At one point of time Mysore Sandal soap was found in every home in Karnataka. Although it has now been sidelined by other brands,the soap is as popular today as it was a century ago. The rich and woody, scent of the soap has been deeply interwoven with the nation’s history and heritage. This is one of the many reasons why the Mysore Sandal Soap has held a special place in the hearts of Indians for more than a century.
Here is the fascinating story behind the most loved vintage soap:
Mysore was once the largest producer of sandalwood in the world. When the World War I broke out, export of this wood to Europe was halted.
Maharaja of Mysore, Krishna Raja Wodiyar IV and the Diwan of Mysore, Mokshagundam Visvesvaraya set up a Government Sandalwood Oil factory at Mysore. The factory was established to extract oil from sandalwood and utilize the logs of wood that were waiting to be exported.
Two years later, the Maharaja was gifted a rare set of sandalwood oil soaps. This gave him the idea of producing similar soaps for the masses which he immediately shared with others.
Visveswaraya wanted to produce a good quality soap that would also be affordable for the public. He invited technical experts from Bombay and identified a bright, young industrial chemist called Sosale Garalapuri Shastry and sent him to England to fine tune his knowledge about making soap.
When he returned, he standardized the process of using sandalwood oil in soap.This led to the establishment of the government soap factory in Bengaluru. At the same time, a second oil extraction unit was set up in Mysore to ensure a steady supply of oil to the soap factory.
Shastry decided to give the Mysore Sandal Soap a unique shape and innovative packaging. In those days, soaps would normally be rectangular in shape and packed in thin, glossy and brightly coloured paper. To help it stand out from the rest, he gave the soap an oval shape before working on a culturally significant packaging.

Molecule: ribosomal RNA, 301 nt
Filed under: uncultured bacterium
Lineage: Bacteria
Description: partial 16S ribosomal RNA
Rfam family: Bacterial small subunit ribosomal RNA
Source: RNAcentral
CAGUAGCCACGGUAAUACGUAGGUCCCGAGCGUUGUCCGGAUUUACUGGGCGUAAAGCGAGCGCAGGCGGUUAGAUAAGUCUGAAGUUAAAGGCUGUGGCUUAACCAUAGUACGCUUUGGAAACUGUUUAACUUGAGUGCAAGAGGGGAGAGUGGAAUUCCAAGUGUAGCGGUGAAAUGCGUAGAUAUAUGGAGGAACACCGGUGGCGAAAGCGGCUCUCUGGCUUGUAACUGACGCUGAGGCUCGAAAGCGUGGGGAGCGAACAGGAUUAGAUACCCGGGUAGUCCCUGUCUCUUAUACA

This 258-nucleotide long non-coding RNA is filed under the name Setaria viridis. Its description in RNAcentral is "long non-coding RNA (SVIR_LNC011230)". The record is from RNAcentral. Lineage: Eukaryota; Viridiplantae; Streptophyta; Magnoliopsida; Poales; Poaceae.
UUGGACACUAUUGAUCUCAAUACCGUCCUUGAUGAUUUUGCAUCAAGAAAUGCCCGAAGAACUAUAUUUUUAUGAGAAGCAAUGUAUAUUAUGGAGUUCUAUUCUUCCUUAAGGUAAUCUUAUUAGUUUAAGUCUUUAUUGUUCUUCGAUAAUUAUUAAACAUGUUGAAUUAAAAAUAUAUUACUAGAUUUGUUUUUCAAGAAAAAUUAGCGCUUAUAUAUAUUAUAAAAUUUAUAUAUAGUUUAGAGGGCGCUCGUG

He also designed a rectangular box resembling a jewellery case, with floral prints and carefully chosen colours. At the centre of the design was the unusual logo, Sharaba (a mythical creature from local folklore with the head of an elephant and the body of a lion. It is a symbol of courage as well as wisdom.
The message ‘Srigandhada Tavarininda’ which means ‘from the maternal home of sandalwood’was printed on every Mysore Sandal Soapbox.
In 2006, the Mysore Sandalwood soap was a Geographical Indicator or GI tag. This tag ensures that no one else anywhere in the world can make and market soap as a Mysore Sandalwood soap.
Over the years, the brand and the company had to face several hurdles including competition from bigger MNCs and reduced cultivation of sandalwood trees. Sandalwood is a limited resource, the KSDL (Karnataka Soaps And Detergent Limited) has been encouraging farmers to grow sandalwood through its ‘Grow More Sandalwood’ program.
This program gives farmers sandalwood saplings at affordable rates and offers a buy-back guarantee and it also partnered with the forest department to ensure that a sandalwood sapling is planted for every sandalwood tree cut down.